Focusing on my pancreatic cancer treatment helped me stay positive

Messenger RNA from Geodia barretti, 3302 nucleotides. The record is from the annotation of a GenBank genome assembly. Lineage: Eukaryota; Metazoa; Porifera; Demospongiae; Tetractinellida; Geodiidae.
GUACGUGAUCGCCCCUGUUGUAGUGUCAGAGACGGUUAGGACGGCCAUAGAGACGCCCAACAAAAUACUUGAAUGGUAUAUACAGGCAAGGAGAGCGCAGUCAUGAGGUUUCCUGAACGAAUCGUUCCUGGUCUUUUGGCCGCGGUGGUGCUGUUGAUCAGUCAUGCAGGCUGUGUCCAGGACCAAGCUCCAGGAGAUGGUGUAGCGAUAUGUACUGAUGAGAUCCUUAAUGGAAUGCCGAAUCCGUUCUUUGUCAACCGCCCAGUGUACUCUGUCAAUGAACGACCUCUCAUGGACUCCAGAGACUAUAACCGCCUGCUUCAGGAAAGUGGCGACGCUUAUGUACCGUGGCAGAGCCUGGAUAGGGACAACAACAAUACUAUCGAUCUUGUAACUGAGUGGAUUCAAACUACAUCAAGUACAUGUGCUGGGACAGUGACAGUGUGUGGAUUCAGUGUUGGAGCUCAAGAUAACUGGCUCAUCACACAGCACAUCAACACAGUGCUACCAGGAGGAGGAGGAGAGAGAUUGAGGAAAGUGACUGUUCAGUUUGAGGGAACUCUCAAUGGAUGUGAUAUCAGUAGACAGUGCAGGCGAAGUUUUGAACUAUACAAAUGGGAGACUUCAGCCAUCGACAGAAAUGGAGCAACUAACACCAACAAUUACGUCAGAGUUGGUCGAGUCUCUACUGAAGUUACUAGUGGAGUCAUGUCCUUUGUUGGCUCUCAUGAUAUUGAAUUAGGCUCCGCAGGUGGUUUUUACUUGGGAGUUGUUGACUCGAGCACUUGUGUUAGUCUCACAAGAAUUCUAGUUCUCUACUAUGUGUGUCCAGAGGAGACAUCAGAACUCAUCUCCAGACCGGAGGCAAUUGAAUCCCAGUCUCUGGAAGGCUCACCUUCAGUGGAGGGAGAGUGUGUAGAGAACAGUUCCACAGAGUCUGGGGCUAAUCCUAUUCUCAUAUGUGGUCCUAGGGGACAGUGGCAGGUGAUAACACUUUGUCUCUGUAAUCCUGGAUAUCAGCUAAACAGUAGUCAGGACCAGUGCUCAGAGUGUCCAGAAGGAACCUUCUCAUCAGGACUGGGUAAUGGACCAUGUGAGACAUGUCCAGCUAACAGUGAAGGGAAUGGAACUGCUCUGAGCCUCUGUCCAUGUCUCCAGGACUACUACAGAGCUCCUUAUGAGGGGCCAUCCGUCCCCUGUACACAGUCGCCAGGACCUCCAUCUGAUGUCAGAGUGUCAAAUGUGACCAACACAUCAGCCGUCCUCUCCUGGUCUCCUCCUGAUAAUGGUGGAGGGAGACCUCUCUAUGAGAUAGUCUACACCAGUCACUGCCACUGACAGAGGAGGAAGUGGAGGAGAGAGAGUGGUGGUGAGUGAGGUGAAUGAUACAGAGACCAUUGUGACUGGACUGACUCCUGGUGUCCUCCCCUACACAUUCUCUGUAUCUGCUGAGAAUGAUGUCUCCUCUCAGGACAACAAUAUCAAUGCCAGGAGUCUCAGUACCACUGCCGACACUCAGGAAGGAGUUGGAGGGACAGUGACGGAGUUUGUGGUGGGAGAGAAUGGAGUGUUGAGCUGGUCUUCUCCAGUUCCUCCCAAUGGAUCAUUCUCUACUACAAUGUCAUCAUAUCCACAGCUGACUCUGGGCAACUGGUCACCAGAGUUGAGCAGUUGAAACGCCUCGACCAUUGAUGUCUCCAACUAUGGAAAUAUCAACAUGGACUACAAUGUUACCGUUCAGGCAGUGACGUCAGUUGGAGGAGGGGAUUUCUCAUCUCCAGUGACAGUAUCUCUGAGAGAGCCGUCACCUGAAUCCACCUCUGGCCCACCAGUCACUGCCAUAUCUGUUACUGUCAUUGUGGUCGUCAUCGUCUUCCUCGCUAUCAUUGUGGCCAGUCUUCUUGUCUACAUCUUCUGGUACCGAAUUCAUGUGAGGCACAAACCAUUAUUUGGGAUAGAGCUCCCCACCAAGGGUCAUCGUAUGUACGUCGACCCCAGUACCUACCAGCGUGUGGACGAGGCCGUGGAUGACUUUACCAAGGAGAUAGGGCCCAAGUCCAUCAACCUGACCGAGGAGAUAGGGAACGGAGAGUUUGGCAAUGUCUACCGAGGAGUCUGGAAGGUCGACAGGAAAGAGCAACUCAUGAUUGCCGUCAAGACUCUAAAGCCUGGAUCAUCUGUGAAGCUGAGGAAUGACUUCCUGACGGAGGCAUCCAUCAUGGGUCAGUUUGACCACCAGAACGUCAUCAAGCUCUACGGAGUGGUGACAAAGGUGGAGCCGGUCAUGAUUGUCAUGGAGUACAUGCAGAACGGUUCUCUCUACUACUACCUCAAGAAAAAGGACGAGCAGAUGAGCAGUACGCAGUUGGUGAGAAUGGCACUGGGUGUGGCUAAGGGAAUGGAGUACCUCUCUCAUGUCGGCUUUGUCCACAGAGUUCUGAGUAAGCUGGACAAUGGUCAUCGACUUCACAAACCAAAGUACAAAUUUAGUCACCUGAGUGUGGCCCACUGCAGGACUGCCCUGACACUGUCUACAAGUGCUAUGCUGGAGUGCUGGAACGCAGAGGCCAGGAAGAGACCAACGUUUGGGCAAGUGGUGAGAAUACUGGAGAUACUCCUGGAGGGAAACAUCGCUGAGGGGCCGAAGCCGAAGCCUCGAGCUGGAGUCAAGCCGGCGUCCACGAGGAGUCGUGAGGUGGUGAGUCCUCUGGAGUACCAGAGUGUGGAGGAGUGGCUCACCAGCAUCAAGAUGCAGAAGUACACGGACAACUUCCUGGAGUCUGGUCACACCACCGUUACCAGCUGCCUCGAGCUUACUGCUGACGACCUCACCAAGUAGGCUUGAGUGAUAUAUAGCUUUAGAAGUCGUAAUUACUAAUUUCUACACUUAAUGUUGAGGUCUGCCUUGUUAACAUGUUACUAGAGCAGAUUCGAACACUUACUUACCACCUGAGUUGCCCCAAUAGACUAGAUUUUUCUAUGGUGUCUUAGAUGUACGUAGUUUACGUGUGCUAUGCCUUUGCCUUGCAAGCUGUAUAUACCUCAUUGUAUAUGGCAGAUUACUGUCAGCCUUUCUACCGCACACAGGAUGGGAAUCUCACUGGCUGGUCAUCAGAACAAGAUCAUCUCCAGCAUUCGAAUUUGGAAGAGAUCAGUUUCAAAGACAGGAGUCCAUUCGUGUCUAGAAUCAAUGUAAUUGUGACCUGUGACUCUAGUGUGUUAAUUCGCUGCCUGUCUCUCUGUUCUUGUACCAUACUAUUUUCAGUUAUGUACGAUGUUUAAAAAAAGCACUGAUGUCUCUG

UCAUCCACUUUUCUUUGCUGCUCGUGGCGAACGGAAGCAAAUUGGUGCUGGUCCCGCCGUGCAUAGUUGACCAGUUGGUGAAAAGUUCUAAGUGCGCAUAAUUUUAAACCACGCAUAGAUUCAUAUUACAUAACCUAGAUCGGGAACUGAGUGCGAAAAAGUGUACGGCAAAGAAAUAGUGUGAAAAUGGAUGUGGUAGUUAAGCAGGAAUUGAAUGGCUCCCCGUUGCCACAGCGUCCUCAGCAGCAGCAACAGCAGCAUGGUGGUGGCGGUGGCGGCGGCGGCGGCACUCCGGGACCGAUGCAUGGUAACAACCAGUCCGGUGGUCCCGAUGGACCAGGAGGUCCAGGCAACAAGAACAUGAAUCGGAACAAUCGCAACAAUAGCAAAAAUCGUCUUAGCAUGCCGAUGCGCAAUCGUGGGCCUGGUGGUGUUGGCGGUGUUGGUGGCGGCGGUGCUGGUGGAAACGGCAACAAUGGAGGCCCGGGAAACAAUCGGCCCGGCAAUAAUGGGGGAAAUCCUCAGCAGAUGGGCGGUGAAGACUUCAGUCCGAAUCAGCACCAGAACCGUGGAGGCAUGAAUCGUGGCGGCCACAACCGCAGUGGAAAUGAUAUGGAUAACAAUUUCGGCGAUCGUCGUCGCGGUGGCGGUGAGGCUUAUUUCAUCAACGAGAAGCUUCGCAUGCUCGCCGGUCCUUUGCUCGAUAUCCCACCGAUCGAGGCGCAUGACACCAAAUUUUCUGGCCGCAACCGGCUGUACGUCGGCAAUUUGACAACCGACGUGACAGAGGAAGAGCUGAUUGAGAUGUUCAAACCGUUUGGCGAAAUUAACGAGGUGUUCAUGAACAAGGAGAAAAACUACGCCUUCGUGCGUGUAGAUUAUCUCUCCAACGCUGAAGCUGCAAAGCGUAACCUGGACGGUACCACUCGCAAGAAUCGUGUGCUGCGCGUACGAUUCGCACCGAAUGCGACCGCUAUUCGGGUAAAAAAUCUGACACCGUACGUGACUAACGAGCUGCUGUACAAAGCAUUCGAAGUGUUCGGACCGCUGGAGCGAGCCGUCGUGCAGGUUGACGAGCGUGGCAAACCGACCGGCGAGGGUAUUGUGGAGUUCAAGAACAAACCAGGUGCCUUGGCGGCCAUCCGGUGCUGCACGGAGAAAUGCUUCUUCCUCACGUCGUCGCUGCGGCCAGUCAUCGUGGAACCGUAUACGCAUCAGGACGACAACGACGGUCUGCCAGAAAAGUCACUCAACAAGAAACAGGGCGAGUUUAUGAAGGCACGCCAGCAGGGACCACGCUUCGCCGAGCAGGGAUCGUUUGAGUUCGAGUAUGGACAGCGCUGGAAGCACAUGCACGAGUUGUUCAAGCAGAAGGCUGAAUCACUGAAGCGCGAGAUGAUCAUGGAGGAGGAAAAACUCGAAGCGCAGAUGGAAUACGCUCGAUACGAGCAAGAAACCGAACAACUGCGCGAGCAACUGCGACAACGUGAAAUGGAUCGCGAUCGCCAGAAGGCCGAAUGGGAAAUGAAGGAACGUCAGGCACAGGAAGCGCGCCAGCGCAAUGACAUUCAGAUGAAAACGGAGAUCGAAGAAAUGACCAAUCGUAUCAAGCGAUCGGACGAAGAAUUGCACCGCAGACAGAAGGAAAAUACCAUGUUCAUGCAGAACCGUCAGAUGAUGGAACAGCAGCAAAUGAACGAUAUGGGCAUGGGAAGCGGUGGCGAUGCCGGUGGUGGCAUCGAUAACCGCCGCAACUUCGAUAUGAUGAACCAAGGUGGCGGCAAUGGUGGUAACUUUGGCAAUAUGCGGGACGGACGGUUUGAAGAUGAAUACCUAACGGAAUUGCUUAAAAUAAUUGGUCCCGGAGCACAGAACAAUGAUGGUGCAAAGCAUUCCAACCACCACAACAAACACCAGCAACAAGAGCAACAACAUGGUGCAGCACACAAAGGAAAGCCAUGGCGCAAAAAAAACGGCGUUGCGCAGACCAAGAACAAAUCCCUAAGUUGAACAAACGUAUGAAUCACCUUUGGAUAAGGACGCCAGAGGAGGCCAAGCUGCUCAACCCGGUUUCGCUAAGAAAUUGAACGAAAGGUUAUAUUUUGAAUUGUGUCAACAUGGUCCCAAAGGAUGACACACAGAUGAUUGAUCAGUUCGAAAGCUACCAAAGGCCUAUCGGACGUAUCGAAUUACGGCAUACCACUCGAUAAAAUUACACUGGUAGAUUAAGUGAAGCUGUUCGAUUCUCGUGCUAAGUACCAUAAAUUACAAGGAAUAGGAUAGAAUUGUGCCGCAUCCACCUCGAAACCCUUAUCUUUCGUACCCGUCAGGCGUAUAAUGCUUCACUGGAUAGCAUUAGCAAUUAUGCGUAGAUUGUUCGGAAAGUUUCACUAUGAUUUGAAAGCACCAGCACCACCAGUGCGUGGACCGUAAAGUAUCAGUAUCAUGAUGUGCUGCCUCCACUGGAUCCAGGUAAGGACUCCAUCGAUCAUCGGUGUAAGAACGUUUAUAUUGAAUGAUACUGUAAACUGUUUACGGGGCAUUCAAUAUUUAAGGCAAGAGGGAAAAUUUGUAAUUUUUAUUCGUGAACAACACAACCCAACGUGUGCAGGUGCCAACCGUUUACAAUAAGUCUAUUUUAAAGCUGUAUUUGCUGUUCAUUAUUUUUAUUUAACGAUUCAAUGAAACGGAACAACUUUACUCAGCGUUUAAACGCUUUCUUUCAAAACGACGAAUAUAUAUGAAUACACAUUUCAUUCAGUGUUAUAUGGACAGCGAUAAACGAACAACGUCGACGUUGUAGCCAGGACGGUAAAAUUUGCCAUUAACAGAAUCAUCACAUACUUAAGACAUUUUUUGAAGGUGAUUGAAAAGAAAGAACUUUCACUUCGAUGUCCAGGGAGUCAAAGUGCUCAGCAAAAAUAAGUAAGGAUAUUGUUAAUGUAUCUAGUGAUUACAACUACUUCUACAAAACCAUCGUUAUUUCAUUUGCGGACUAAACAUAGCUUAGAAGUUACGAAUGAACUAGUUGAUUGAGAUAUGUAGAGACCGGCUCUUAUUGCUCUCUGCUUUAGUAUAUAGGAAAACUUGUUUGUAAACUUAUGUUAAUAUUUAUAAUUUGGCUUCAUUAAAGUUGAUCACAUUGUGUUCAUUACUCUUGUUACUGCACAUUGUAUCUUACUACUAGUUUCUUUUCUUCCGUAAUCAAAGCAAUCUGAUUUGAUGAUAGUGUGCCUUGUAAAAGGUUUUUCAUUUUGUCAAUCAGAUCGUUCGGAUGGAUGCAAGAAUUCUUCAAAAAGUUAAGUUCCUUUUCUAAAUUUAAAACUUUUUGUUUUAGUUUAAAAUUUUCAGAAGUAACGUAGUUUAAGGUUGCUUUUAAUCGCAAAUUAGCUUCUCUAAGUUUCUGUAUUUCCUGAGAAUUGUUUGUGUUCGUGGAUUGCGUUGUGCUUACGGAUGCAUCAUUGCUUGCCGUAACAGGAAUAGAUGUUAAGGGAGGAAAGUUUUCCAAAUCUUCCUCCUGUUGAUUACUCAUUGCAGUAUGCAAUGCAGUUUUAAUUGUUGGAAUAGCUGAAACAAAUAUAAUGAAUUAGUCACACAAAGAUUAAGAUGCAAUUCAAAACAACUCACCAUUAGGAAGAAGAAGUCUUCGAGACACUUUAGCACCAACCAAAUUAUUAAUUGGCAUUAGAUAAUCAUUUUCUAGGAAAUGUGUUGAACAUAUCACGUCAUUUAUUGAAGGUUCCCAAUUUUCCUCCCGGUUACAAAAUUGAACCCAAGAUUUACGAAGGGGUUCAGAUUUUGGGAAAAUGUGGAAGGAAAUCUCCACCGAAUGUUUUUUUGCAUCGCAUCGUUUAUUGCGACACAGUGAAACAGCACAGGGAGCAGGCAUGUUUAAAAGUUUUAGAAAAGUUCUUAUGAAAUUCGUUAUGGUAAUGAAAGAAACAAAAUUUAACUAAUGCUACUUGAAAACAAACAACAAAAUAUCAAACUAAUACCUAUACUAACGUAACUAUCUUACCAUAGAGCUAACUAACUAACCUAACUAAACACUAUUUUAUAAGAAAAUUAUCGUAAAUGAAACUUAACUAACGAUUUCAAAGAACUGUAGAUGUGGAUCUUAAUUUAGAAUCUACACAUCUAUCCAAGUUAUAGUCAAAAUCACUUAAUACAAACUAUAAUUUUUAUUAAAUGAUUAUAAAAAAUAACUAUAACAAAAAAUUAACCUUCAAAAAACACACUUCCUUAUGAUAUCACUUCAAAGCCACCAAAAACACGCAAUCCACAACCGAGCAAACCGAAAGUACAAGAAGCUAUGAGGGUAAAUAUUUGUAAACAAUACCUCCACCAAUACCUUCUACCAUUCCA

Sometimes knowledge is not all it’s cracked up to be. So, when I was diagnosed with stage IV pancreatic cancer in July 2016, I told Dr. Robert Wolff I didn’t want to know anything. As an academic, I knew I had the means to understand the information. But I also knew that anything that went in my mind would stay there and bounce around. And if nothing was in there, then there was nothing to fear. So, I made my brother, sister and aunt listen to my prognosis, and I focused on what I had to do from one day to the next. I knew I had pancreatic cancer. And I knew it was bad, from the way my sister, Rose, rained little kisses on my forehead. I also knew people had died from it. But I chose not to know any other details, because the only way for me to remain optimistic was to keep my life very simple. I had to concentrate on the task at hand, and let God handle the rest. Hunkering down and limiting information Mostly, my response was instinctual. Animals in the wild hunker down when they’re ill. So I chose not to know anything until after I showed no evidence of disease in January 2017. Then I started educating myself. I’ve always lived a healthy lifestyle, and I know how to control my thoughts, so I figured if anybody was going to have a fighting chance against this, it was me. I also derived a lot of comfort from my faith, because I kept seeing one particular Biblical passage repeated over and...